Brain and Spinal Cord Tumors in Adults

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Treating Brain/CNS Tumors In Adults TOPICS

How are brain and spinal cord tumors in adults treated?

This information represents the views of the doctors and nurses serving on the American Cancer Society’s Cancer Information Database Editorial Board. These views are based on their interpretation of studies published in medical journals, as well as their own professional experience.
The treatment information in this document is not official policy of the Society and is not intended as medical advice to replace the expertise and judgment of your cancer care team. It is intended to help you and your family make informed decisions, together with your doctor.
Your doctor may have reasons for suggesting a treatment plan different from these general treatment options. Don’t hesitate to ask him or her questions about your treatment options.

General comments about treatment

Brain and spinal cord tumors can often be hard to treat and may require care from a team of different types of doctors. This team is often led by a neurosurgeon, a doctor who uses surgery to treat brain and nervous system tumors. Other doctors on the team may include:

  • Neurologist: a doctor who diagnoses brain and nervous system diseases and treats them with medicines
  • Radiation oncologist: a doctor who uses radiation to treat cancer
  • Medical oncologist: a doctor who uses chemotherapy and other medicines to treat cancers
  • Endocrinologist: a doctor who treats diseases in glands that secrete hormones

Many other specialists may be involved in your care as well, including physician assistants, nurse practitioners, nurses, psychologists, social workers, rehabilitation specialists, and other health professionals.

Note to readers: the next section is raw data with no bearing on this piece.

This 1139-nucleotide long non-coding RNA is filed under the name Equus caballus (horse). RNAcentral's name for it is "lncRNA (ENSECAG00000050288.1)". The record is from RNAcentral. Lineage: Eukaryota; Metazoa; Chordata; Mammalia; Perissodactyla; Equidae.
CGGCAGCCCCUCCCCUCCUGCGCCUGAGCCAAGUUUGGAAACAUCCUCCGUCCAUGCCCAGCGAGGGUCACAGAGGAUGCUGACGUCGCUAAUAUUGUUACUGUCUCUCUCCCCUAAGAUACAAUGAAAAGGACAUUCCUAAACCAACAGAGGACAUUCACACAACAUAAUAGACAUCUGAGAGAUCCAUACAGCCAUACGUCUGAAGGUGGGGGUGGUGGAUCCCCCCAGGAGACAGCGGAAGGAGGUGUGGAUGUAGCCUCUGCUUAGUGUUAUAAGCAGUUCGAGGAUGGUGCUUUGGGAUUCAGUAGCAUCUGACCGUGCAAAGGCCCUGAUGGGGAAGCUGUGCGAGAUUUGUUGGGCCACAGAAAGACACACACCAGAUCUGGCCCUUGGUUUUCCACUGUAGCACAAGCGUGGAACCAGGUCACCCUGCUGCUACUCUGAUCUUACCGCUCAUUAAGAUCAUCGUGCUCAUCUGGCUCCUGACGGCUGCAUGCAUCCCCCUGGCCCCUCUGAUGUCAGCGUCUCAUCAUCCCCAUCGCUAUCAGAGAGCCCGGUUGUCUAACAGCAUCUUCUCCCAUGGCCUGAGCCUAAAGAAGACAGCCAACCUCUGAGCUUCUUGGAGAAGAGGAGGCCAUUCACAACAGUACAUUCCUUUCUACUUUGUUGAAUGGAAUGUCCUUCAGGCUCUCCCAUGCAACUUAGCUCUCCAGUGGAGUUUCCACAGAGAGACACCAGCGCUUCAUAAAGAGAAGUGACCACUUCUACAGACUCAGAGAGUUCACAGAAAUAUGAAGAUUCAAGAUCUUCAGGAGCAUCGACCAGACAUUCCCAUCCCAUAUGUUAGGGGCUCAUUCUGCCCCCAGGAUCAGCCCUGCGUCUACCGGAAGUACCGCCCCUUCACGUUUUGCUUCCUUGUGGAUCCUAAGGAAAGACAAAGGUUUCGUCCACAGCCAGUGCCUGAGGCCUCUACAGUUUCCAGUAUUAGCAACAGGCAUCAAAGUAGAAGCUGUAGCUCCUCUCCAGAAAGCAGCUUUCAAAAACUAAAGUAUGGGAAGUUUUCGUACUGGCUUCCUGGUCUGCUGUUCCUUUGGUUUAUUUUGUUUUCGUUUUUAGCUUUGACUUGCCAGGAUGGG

Several types of treatment can be used to treat brain and spinal cord tumors, including:

Treatment is based on the type of tumor and other factors, and often more than one type of treatment is used. Doctors plan each person’s treatment individually to give them the best chance of treating the cancer while limiting the side effects as much as possible.

It’s important to discuss all of your treatment options as well as their possible side effects with your treatment team to help make the decision that best fits your needs. If there is anything you don’t understand, ask to have it explained. (See the section “What should you ask your doctor about adult brain and spinal cord tumors?” for some questions to ask.)

If time permits, getting a second opinion from a doctor experienced with your type of tumor is often a good idea. It can give you more information and help you feel more confident about the treatment plan you choose.

The next few sections describe the various types of treatments used for brain and spinal cord tumors. This is followed by a description of the most common approaches used based on the type of tumor.


Last Medical Review: 03/05/2014
Last Revised: 03/05/2014